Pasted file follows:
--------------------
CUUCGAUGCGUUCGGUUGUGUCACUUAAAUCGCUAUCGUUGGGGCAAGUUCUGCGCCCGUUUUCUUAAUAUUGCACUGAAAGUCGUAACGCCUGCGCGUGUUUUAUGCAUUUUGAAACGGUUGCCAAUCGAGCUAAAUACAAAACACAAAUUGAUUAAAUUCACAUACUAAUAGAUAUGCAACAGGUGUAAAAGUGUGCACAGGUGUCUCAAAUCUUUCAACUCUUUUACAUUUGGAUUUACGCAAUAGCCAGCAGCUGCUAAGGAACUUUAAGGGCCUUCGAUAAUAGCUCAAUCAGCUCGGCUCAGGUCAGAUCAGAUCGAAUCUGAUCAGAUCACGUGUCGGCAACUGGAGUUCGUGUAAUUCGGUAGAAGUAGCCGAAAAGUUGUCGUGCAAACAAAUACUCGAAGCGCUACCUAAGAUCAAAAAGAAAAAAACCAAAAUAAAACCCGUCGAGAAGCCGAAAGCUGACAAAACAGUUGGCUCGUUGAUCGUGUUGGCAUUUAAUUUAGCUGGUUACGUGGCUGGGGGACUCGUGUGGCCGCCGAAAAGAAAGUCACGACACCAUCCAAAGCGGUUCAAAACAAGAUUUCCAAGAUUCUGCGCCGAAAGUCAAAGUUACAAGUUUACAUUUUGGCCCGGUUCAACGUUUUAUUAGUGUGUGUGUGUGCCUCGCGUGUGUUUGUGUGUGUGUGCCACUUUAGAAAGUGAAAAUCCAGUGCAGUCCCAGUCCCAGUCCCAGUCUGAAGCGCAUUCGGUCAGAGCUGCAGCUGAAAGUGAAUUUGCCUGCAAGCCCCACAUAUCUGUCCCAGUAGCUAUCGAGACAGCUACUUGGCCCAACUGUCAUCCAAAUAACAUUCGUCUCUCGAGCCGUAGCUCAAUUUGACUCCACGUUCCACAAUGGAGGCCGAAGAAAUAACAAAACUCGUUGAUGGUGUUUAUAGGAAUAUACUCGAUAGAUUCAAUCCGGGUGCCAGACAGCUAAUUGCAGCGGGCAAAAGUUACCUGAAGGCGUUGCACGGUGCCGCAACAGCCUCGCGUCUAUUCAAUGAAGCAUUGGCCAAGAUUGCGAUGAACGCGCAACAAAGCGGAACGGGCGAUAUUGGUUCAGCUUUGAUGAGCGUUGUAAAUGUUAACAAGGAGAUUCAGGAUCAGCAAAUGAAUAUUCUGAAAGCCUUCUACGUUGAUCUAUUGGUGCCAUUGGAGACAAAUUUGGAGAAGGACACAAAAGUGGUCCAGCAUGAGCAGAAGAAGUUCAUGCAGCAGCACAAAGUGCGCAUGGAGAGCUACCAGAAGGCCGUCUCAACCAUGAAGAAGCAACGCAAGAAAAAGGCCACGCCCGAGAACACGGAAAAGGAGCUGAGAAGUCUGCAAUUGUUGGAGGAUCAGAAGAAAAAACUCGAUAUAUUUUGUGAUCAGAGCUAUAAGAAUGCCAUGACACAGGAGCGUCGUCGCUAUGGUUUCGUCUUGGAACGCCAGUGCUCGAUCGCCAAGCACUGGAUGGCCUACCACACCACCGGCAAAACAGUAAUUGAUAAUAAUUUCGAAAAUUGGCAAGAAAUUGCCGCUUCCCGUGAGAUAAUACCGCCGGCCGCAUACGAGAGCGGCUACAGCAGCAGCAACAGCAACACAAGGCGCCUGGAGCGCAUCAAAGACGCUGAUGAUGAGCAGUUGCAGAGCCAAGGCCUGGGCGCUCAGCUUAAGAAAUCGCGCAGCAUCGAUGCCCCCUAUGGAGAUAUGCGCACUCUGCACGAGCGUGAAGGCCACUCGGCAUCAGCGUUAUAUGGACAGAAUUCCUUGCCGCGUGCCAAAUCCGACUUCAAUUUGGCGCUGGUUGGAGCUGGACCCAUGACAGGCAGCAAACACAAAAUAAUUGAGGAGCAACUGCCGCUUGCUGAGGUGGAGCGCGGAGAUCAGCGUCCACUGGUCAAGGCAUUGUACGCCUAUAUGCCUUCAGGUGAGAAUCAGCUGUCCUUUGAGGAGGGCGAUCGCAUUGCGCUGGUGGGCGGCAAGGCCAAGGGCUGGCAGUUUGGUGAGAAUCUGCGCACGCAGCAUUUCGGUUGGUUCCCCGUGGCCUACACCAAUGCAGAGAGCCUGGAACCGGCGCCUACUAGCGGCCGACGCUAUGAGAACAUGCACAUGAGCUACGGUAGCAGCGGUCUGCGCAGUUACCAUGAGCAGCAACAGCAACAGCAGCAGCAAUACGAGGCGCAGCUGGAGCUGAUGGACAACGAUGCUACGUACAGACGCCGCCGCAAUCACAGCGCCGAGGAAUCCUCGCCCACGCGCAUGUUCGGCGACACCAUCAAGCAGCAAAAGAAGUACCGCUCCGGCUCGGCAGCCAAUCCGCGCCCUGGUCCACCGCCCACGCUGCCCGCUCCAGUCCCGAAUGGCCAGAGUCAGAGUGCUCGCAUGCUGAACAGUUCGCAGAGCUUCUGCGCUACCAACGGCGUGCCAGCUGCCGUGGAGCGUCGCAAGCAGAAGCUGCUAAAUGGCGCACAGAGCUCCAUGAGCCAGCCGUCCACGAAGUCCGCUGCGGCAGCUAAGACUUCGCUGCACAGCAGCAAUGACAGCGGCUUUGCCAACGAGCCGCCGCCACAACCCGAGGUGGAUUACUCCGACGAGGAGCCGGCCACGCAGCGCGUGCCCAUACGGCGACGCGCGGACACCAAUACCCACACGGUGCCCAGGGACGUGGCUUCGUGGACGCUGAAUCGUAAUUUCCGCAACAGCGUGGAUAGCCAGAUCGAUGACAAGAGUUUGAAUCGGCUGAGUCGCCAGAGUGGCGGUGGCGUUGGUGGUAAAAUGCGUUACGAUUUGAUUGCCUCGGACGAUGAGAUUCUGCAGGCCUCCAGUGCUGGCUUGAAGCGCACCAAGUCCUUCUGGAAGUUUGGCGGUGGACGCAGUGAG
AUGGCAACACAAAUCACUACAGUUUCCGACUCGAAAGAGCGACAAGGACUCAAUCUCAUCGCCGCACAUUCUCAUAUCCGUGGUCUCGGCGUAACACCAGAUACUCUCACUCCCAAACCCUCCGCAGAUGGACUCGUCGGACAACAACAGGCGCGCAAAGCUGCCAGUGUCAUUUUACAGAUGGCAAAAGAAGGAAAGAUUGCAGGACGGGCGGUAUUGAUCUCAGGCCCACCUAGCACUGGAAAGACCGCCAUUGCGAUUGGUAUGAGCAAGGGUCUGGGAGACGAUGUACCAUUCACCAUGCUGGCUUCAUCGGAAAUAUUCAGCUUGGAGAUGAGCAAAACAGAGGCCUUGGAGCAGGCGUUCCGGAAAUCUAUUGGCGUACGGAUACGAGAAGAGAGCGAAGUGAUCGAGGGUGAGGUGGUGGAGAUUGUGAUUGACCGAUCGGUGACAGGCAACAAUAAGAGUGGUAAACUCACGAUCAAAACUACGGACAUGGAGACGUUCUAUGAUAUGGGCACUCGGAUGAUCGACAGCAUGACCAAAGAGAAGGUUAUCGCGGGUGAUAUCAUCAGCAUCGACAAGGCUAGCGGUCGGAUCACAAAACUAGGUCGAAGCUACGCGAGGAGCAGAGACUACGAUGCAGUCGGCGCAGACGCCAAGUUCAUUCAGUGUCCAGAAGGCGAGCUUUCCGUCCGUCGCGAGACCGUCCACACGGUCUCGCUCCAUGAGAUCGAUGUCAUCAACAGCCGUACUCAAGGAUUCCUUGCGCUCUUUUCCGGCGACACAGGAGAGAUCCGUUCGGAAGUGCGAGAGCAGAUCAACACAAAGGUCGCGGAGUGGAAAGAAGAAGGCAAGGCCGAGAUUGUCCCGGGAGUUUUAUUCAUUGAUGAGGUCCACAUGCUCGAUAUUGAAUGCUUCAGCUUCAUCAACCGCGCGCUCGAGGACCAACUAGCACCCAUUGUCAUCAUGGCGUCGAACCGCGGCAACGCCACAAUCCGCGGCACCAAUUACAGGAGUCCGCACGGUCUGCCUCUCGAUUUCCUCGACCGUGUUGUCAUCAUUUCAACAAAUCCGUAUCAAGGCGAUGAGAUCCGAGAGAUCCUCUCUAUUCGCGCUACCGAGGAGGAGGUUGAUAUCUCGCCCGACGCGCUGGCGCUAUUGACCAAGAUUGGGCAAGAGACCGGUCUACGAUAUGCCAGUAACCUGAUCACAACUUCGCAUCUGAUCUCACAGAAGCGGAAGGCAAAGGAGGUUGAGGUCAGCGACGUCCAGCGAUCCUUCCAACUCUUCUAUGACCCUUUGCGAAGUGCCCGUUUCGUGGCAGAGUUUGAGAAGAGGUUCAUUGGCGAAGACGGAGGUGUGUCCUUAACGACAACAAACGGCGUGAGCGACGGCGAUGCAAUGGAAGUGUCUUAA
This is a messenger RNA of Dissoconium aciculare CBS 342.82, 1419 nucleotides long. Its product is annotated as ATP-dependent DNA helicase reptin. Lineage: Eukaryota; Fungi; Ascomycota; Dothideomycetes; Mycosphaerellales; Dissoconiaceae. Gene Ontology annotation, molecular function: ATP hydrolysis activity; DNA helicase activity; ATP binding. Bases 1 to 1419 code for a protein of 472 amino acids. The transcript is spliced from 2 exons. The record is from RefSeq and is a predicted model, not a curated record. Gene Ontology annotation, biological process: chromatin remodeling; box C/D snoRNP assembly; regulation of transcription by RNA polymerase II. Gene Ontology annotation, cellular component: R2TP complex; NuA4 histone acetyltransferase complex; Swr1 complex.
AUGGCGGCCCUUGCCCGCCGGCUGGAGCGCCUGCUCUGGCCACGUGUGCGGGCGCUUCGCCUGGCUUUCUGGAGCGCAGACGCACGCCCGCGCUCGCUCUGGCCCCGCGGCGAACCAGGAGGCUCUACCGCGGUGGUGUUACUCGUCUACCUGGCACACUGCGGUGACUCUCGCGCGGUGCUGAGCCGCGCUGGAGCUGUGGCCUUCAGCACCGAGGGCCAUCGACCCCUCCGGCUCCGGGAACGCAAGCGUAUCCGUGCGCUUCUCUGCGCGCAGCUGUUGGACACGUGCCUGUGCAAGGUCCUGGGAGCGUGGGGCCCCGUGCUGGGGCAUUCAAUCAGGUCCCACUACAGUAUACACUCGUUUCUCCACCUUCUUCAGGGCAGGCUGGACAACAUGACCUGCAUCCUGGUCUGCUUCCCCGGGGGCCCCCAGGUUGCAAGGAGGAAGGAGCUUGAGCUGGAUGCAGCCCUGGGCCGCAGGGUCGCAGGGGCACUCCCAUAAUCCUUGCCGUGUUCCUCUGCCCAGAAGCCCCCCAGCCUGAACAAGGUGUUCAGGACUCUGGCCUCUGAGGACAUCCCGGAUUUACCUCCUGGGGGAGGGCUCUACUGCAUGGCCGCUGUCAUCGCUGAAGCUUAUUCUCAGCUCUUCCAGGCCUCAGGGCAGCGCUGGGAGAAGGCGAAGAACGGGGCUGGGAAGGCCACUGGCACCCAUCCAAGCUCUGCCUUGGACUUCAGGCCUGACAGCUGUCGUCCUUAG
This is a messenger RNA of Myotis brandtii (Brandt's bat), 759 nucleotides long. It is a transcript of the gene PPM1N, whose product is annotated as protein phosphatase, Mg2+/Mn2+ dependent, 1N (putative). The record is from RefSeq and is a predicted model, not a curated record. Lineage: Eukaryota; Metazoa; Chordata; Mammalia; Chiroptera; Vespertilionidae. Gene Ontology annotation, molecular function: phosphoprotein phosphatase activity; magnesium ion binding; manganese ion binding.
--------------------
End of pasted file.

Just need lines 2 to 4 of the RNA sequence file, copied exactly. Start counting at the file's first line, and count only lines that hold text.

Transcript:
AUGGCAACACAAAUCACUACAGUUUCCGACUCGAAAGAGCGACAAGGACUCAAUCUCAUCGCCGCACAUUCUCAUAUCCGUGGUCUCGGCGUAACACCAGAUACUCUCACUCCCAAACCCUCCGCAGAUGGACUCGUCGGACAACAACAGGCGCGCAAAGCUGCCAGUGUCAUUUUACAGAUGGCAAAAGAAGGAAAGAUUGCAGGACGGGCGGUAUUGAUCUCAGGCCCACCUAGCACUGGAAAGACCGCCAUUGCGAUUGGUAUGAGCAAGGGUCUGGGAGACGAUGUACCAUUCACCAUGCUGGCUUCAUCGGAAAUAUUCAGCUUGGAGAUGAGCAAAACAGAGGCCUUGGAGCAGGCGUUCCGGAAAUCUAUUGGCGUACGGAUACGAGAAGAGAGCGAAGUGAUCGAGGGUGAGGUGGUGGAGAUUGUGAUUGACCGAUCGGUGACAGGCAACAAUAAGAGUGGUAAACUCACGAUCAAAACUACGGACAUGGAGACGUUCUAUGAUAUGGGCACUCGGAUGAUCGACAGCAUGACCAAAGAGAAGGUUAUCGCGGGUGAUAUCAUCAGCAUCGACAAGGCUAGCGGUCGGAUCACAAAACUAGGUCGAAGCUACGCGAGGAGCAGAGACUACGAUGCAGUCGGCGCAGACGCCAAGUUCAUUCAGUGUCCAGAAGGCGAGCUUUCCGUCCGUCGCGAGACCGUCCACACGGUCUCGCUCCAUGAGAUCGAUGUCAUCAACAGCCGUACUCAAGGAUUCCUUGCGCUCUUUUCCGGCGACACAGGAGAGAUCCGUUCGGAAGUGCGAGAGCAGAUCAACACAAAGGUCGCGGAGUGGAAAGAAGAAGGCAAGGCCGAGAUUGUCCCGGGAGUUUUAUUCAUUGAUGAGGUCCACAUGCUCGAUAUUGAAUGCUUCAGCUUCAUCAACCGCGCGCUCGAGGACCAACUAGCACCCAUUGUCAUCAUGGCGUCGAACCGCGGCAACGCCACAAUCCGCGGCACCAAUUACAGGAGUCCGCACGGUCUGCCUCUCGAUUUCCUCGACCGUGUUGUCAUCAUUUCAACAAAUCCGUAUCAAGGCGAUGAGAUCCGAGAGAUCCUCUCUAUUCGCGCUACCGAGGAGGAGGUUGAUAUCUCGCCCGACGCGCUGGCGCUAUUGACCAAGAUUGGGCAAGAGACCGGUCUACGAUAUGCCAGUAACCUGAUCACAACUUCGCAUCUGAUCUCACAGAAGCGGAAGGCAAAGGAGGUUGAGGUCAGCGACGUCCAGCGAUCCUUCCAACUCUUCUAUGACCCUUUGCGAAGUGCCCGUUUCGUGGCAGAGUUUGAGAAGAGGUUCAUUGGCGAAGACGGAGGUGUGUCCUUAACGACAACAAACGGCGUGAGCGACGGCGAUGCAAUGGAAGUGUCUUAA
This is a messenger RNA of Dissoconium aciculare CBS 342.82, 1419 nucleotides long. Its product is annotated as ATP-dependent DNA helicase reptin. Lineage: Eukaryota; Fungi; Ascomycota; Dothideomycetes; Mycosphaerellales; Dissoconiaceae. Gene Ontology annotation, molecular function: ATP hydrolysis activity; DNA helicase activity; ATP binding. Bases 1 to 1419 code for a protein of 472 amino acids. The transcript is spliced from 2 exons. The record is from RefSeq and is a predicted model, not a curated record. Gene Ontology annotation, biological process: chromatin remodeling; box C/D snoRNP assembly; regulation of transcription by RNA polymerase II. Gene Ontology annotation, cellular component: R2TP complex; NuA4 histone acetyltransferase complex; Swr1 complex.
AUGGCGGCCCUUGCCCGCCGGCUGGAGCGCCUGCUCUGGCCACGUGUGCGGGCGCUUCGCCUGGCUUUCUGGAGCGCAGACGCACGCCCGCGCUCGCUCUGGCCCCGCGGCGAACCAGGAGGCUCUACCGCGGUGGUGUUACUCGUCUACCUGGCACACUGCGGUGACUCUCGCGCGGUGCUGAGCCGCGCUGGAGCUGUGGCCUUCAGCACCGAGGGCCAUCGACCCCUCCGGCUCCGGGAACGCAAGCGUAUCCGUGCGCUUCUCUGCGCGCAGCUGUUGGACACGUGCCUGUGCAAGGUCCUGGGAGCGUGGGGCCCCGUGCUGGGGCAUUCAAUCAGGUCCCACUACAGUAUACACUCGUUUCUCCACCUUCUUCAGGGCAGGCUGGACAACAUGACCUGCAUCCUGGUCUGCUUCCCCGGGGGCCCCCAGGUUGCAAGGAGGAAGGAGCUUGAGCUGGAUGCAGCCCUGGGCCGCAGGGUCGCAGGGGCACUCCCAUAAUCCUUGCCGUGUUCCUCUGCCCAGAAGCCCCCCAGCCUGAACAAGGUGUUCAGGACUCUGGCCUCUGAGGACAUCCCGGAUUUACCUCCUGGGGGAGGGCUCUACUGCAUGGCCGCUGUCAUCGCUGAAGCUUAUUCUCAGCUCUUCCAGGCCUCAGGGCAGCGCUGGGAGAAGGCGAAGAACGGGGCUGGGAAGGCCACUGGCACCCAUCCAAGCUCUGCCUUGGACUUCAGGCCUGACAGCUGUCGUCCUUAG